Return of the Living Dead 2 gets a bad rap. Granted, it’s pretty well deserved, but it gets a bad rap all the same.
Honestly though, in its defense, it had a full count walking to the plate: take one of the most beloved, successful and awesome zombie horror/comedies ever, which wraps itself up pretty fucking tightly and expand on it. Go!
Yeah it strikes out, but that was to be expected. At least it doesn’t get caught looking. It goes down swinging.
It’s never very dark or scary or serious (as the trailer led people to believe) nor is it ever terribly funny. Comedy is tricky and when it face-plants, it does so hard and loudly. It’s not quite as cringe inducing as its equally I’ll-advised contemporary, C.H.U.D. 2, but unlike its counter part you at least feel like your watching an honest to god sequel, despite how shitty that sequel may be.
One thing ROTLD 2 gets sort of right is the music. While nowhere near the iconic status of its predecessor’s, there’s some good tunes to be had on this soundtrack. Whether it’s Anthrax or Leatherwolf or this turn from Joe Lamont.
Being that this really the only thing the Shindig ultimately concerns itself with, Return of The Living Dead 2 gets its day.
Since our Halloween movie countdown is focusing on Halloween Seqeuls, let’s keep the sequel soundtrack train rolling over here with a tune from an actual Halloween sequel.
If you’re a C.H.U.D. fan, a horror fan or even just a normal person trying to sit down and watch an enjoyable movie, C.H.U.D. II: Bud the C.H.U.D. doesn’t have a whole hell of a lot to offer you.
If you’re Halloween Shindig, a blog centered around a Halloween Playlist which encompasses all types of random nonsensical horror-related music from the movies, suddenly C.H.U.D. II: Bud the C.H.U.D. has something quite fantastic to offer.
And that thing is out next number, by-liner title track Bud The C.H.U.D. from Kipp Lennon.
Who the hell is Kipp Lennon?
That’s a great question. Apparently he’s a founding member of the folk group Venice. Yeah, I’d never heard of them either.
However, it appears he’s also the voice behind mental patient Leon Kompowski who believes he’s Michael Jackson in the Simpsons episode “Stark Raving Dad.” As such, he’s the guy who sings “Happy Birthday Lisa.” That’s pretty weird.
Seems he’s had a handful of gigs impersonating Michael Jackson’s voice. He doesn’t do that here unfortunately, presumably using his natural God-given sound to accentuate all the incredible lyrics Bud the C.H.U.D. has to offer.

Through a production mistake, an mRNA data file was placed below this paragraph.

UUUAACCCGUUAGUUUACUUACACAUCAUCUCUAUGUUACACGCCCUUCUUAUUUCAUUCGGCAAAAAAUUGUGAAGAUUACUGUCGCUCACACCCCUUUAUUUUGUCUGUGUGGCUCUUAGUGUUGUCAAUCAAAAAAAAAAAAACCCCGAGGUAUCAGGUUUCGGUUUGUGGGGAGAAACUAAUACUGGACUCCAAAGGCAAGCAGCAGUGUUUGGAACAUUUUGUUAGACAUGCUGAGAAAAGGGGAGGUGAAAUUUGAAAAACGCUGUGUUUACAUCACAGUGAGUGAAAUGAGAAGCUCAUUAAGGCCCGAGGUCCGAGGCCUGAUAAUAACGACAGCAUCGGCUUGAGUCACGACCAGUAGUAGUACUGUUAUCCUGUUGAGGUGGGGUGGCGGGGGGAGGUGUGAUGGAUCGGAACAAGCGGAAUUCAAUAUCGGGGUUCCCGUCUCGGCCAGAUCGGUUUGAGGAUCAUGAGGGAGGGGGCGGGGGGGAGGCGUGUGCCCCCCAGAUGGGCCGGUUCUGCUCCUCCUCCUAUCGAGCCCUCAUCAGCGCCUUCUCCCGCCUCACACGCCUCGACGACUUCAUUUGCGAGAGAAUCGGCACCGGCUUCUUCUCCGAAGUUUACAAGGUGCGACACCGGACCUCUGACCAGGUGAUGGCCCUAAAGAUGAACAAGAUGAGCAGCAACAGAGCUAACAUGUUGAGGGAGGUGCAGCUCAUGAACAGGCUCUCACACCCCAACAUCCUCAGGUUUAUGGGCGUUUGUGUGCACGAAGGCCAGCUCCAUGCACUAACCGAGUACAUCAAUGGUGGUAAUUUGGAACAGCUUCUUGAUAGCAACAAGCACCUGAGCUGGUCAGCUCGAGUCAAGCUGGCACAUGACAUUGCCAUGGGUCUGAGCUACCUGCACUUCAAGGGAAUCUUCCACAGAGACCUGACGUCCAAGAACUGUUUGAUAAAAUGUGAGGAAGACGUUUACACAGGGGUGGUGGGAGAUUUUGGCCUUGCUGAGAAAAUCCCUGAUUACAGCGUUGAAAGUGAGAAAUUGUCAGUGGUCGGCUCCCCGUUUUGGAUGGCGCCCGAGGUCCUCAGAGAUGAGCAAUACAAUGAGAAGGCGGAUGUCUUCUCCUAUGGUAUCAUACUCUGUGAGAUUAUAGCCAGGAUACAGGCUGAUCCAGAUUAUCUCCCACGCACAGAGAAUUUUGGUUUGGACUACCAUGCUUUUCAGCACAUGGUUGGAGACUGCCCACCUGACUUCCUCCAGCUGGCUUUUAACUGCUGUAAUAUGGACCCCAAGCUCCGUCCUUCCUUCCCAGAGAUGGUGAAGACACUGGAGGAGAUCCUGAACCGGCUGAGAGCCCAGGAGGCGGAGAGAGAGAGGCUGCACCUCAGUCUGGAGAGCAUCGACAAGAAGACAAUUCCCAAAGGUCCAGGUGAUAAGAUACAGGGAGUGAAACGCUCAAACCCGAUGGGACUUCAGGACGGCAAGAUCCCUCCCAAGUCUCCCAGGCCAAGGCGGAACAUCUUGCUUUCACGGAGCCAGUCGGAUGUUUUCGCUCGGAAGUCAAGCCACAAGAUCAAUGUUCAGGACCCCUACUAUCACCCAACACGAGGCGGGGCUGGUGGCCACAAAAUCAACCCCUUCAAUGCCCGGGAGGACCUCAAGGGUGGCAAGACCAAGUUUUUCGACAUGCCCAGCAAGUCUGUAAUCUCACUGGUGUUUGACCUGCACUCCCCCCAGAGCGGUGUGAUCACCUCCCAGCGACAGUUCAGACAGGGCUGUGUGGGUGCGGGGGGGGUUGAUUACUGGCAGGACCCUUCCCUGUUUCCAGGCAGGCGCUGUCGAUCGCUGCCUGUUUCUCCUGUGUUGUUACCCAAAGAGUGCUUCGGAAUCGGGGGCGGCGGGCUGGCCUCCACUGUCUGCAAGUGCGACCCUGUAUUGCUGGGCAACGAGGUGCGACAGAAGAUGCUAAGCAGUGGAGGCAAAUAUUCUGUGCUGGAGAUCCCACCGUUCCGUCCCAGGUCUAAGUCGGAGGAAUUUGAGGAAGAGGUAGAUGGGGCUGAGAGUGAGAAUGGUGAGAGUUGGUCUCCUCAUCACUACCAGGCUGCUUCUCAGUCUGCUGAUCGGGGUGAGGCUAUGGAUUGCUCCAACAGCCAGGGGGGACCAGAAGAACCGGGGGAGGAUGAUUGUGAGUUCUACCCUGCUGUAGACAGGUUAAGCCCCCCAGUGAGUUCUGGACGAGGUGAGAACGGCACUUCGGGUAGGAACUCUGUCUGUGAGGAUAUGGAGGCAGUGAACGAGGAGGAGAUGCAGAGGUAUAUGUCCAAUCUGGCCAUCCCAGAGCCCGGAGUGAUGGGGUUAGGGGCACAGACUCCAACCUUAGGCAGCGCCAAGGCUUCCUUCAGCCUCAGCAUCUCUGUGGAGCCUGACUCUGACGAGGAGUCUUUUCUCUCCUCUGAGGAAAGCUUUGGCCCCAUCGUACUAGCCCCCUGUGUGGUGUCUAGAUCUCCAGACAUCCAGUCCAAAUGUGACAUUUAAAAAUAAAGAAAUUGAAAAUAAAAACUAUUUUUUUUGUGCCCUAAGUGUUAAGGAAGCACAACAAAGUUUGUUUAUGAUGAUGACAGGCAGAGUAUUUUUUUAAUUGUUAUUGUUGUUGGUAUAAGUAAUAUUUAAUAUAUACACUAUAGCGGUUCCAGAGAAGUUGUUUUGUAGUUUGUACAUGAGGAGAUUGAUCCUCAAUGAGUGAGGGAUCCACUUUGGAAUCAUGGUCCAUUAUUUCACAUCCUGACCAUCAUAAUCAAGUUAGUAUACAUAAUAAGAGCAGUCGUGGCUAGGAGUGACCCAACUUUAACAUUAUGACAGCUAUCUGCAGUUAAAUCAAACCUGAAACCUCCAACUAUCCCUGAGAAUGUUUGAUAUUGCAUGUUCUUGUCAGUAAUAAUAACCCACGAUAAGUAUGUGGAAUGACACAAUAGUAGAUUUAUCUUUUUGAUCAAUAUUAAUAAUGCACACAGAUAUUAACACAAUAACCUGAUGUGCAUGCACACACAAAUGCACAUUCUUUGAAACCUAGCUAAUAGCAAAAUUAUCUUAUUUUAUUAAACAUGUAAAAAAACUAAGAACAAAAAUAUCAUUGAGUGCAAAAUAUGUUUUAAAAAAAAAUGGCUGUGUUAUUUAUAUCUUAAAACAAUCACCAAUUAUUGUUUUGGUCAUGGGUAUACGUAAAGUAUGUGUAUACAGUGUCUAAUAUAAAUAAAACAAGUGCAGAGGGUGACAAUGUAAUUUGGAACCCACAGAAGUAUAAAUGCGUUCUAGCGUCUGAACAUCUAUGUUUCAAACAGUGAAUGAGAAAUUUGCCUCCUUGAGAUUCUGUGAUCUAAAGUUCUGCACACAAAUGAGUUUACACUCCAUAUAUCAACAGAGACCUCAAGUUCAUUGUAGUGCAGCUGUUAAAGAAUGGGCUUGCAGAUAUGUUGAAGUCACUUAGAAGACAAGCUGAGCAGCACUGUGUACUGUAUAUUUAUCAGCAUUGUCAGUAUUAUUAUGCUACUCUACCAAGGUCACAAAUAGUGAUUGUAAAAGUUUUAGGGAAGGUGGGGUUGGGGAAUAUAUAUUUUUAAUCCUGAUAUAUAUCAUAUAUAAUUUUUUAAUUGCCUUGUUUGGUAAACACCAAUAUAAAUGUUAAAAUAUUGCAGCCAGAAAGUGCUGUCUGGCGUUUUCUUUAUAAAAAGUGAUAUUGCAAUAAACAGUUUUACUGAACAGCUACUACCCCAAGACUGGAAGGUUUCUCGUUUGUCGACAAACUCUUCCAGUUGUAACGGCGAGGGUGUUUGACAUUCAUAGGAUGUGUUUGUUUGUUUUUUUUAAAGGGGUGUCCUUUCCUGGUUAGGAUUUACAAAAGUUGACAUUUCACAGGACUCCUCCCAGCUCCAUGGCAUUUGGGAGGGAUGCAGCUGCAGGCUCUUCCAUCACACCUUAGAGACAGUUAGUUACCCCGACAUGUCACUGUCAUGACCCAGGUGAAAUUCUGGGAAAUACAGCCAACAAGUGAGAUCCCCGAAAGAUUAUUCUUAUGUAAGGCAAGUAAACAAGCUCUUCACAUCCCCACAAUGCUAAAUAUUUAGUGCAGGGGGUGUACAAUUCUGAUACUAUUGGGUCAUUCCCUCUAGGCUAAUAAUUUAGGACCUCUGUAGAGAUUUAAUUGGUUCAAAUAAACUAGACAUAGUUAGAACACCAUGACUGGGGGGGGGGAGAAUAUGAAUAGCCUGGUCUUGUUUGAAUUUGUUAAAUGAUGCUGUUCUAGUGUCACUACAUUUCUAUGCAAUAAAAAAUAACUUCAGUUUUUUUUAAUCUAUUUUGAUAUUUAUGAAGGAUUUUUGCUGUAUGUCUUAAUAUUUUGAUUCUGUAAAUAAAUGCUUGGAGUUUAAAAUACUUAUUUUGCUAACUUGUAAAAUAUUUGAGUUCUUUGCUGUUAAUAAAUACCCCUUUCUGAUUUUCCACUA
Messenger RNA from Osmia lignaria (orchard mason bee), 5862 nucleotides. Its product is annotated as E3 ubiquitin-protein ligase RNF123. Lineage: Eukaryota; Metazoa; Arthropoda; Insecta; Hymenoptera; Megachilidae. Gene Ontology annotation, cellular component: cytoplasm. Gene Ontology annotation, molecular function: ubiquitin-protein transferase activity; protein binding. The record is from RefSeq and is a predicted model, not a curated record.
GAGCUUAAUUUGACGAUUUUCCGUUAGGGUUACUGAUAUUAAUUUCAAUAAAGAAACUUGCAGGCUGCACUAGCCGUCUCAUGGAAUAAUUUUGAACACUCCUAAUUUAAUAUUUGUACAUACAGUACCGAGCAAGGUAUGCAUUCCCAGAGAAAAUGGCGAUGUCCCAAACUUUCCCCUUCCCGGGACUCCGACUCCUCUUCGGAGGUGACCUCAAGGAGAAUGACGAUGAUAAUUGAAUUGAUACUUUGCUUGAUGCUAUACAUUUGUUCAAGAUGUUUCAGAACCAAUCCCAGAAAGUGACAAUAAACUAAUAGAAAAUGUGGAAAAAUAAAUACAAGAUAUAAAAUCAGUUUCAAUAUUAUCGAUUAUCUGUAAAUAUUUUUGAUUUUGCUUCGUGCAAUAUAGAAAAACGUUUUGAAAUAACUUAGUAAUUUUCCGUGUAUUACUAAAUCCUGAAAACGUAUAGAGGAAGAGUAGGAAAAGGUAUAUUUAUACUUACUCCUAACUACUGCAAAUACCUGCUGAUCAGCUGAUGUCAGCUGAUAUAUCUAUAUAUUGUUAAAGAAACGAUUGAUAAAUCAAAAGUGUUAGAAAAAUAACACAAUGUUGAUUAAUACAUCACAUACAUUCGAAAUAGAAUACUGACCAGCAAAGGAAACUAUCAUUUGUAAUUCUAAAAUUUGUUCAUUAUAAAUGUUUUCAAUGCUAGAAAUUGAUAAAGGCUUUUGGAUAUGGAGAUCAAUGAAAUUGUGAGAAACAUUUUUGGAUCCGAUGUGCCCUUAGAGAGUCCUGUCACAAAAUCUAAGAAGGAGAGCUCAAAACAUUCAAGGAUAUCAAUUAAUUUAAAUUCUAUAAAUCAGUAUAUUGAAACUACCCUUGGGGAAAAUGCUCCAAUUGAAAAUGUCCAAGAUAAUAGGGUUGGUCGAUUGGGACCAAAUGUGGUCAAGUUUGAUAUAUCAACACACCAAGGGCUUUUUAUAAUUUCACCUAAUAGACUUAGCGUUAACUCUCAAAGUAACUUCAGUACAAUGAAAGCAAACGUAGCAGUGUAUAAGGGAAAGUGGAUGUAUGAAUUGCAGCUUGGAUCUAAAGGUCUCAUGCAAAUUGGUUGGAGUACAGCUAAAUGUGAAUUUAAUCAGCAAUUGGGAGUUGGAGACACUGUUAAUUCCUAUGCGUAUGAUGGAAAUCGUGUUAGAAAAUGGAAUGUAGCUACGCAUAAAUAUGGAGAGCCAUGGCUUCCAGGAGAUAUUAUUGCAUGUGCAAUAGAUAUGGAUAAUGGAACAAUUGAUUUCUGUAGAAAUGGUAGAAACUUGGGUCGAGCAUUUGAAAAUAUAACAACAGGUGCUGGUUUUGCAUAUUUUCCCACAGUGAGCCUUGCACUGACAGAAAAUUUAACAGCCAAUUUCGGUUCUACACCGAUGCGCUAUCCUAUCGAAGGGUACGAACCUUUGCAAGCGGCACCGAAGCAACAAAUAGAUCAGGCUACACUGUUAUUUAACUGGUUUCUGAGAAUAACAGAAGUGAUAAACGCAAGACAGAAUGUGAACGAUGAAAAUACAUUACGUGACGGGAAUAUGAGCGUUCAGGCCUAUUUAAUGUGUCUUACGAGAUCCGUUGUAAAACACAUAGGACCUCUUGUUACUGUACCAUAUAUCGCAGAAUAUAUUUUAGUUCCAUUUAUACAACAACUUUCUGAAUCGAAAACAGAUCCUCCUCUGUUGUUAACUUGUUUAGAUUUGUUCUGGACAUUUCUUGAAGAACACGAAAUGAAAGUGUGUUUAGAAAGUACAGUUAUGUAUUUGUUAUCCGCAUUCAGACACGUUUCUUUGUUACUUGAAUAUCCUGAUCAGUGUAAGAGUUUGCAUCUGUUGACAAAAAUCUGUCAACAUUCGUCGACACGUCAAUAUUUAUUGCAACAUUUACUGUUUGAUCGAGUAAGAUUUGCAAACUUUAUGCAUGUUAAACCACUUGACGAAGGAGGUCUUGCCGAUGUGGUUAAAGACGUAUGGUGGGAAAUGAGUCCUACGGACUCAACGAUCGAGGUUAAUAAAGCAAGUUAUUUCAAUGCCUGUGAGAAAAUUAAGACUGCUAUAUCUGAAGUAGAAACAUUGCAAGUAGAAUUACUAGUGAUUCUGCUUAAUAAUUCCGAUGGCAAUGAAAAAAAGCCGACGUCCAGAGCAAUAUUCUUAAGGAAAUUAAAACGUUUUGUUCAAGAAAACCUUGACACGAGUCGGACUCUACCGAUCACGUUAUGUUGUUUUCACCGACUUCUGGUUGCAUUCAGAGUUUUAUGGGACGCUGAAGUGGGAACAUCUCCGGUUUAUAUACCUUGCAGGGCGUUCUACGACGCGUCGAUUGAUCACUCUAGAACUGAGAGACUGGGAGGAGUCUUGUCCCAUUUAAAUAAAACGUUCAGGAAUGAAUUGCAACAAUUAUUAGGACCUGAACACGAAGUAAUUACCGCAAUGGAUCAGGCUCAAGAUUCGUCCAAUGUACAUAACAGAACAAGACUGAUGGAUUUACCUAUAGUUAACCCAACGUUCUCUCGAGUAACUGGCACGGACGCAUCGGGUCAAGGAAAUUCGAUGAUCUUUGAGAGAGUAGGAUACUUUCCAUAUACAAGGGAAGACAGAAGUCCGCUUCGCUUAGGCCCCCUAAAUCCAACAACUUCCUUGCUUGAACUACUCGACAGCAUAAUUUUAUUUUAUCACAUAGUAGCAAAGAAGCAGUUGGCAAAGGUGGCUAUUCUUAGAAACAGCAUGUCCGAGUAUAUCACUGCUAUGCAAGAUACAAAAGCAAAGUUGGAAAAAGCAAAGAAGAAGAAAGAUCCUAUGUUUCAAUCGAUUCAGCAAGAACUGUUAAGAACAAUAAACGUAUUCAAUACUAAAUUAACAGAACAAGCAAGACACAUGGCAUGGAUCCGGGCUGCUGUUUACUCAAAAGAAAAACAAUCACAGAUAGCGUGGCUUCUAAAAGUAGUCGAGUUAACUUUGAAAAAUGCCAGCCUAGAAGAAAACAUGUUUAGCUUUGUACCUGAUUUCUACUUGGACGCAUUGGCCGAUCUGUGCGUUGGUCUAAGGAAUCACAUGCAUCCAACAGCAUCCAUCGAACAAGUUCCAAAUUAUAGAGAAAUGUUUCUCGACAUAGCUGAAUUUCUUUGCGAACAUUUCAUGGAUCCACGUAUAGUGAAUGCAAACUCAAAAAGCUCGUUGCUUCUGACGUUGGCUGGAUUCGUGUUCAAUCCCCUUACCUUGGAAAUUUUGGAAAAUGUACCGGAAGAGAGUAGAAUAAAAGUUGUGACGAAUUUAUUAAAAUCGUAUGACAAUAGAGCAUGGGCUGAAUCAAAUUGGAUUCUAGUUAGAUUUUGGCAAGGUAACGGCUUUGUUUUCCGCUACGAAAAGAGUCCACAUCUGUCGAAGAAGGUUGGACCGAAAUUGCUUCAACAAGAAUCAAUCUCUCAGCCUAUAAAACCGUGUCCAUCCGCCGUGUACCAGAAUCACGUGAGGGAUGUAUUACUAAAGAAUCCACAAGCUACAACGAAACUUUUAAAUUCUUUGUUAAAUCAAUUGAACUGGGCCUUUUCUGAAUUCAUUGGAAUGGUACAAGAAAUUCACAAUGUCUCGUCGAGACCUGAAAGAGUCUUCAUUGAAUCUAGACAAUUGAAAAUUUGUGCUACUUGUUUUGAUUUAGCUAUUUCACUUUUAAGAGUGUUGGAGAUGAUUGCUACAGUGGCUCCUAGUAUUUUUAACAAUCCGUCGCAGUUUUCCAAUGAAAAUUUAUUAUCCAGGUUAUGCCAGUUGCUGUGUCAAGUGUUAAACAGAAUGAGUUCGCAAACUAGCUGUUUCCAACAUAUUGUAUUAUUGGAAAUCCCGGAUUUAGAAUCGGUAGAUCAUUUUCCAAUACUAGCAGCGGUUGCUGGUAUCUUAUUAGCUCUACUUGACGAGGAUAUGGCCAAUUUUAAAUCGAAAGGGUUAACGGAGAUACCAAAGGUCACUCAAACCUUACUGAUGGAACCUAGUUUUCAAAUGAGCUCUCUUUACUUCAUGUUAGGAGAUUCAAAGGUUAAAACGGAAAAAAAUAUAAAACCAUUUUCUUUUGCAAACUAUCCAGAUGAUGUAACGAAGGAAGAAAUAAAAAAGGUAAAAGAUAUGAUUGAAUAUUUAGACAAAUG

Outside of this track, C.H.U.D. II is a rather harmless, if midly entertaining tangent to the original C.H.U.D. It also takes place during Halloween and features a pretty great Halloween party sequence (a staple) and some fun trick or treating.
Compared to some of the junk featured on The Return of the 31 Days of Halloween Horror list, you can do a lot worse this season the C.H.U.D. II.
So, if you’re feeling festive and silly, pop it on and you’ll be treated to this fun 80’s tune from Kipp Lennon.
Since everyone got so pissed off this summer about the Ghostbusters remake, and even more pissed off about the new song by Fall Out Boy ft. Missy Elliot (definitely not featured on the Shindig), I thought we’d take a look at another Ghostbusters Theme reiteration that surely pissed off purists in its day.
I’ve said it before and I’ll probably say it again, but when it comes to Monster Raps, no movie’s got that shit on lock like Ghostbusters 2.
A prime example of this is Run D.M.C.’sGhostbusters, which (as sacrilegious as it may sound) I actually enjoy a little more than Ray Parker Jr.’s seminal theme.
Don’t get me wrong, Ray’s original Title Track is an unrivaled classic, both for Halloween playlists and just generally speaking. It also serves as the basis for Reverend Run and Co.’s sonic sequel. This jam however is way less played-out, awesomely 8o’s in its own distinct way and just plain old fashioned ridiculous in the best way possible.
Sampled up with tons of clips of the boys bustin’ and schillin’.
Fred Krueger the myth or Fred Krueger the man? It doesn’t matter cause they’re still rappin’ bout him, understand?
The lesser heralded of the 2 Freddy rap songs, I feel Are You Ready For Freddy is superior to Nightmare on My Street for several good reasons:
It’s The Fat Boys and they’re cooler than Will Smith any day of the week.
It’s offically from a Freddy movie (Part 4: The Dream Master)
It actually features Robert England rapping as Freddy, as opposed to whoever the hell is rapping on the DJ Jazzy Jeff track.
It’s less generic about it’s Freddydom, as multiple Elm Street films are referenced and sampled.
And if that wasn’t enough, lines like
“With a hat like a vagabond
Standin’ like a flasher
It’s Mr. Big Time, Fred Krueger
make all the difference in the world.
Freddymania is in full swing here in 1988 and the series has finally degraded into pure schillery. Freddy is a tradable commodity now, hitting the talk show circuit, making more music video appearences and hanging out in the windshield of cars.
I actually own this and it’s fucking awesome
A double-edged sword no doubt, as it’s exactly this kind of boardroom buffoonery that gives us such an awesome track as Are You Ready for Freddy (and my equally awesome sunshield.)
But in terms of the movie, well viewers paid the price. Freddy’s crackin’ wise, sportin’ sunglasses and eatin’ pizza like some damned Ninja Turtle. Ceasing to be at all frightening and with the cleanest sweater I think he’s ever worn, Freddy’s less your dirty old dream diddler and more your pal. Hell, he’s brought back from his “grave” by the fiery urine of Kincaid’s dog Jason. Yeah, it sets up its jackassery early and securely.
But I enjoy The Dream Master for much the same reason I enjoy Freddy’s Dead: I love Freddy as a character (either scary or silly) and it’s just a ridiculous piece of horror filmmaking.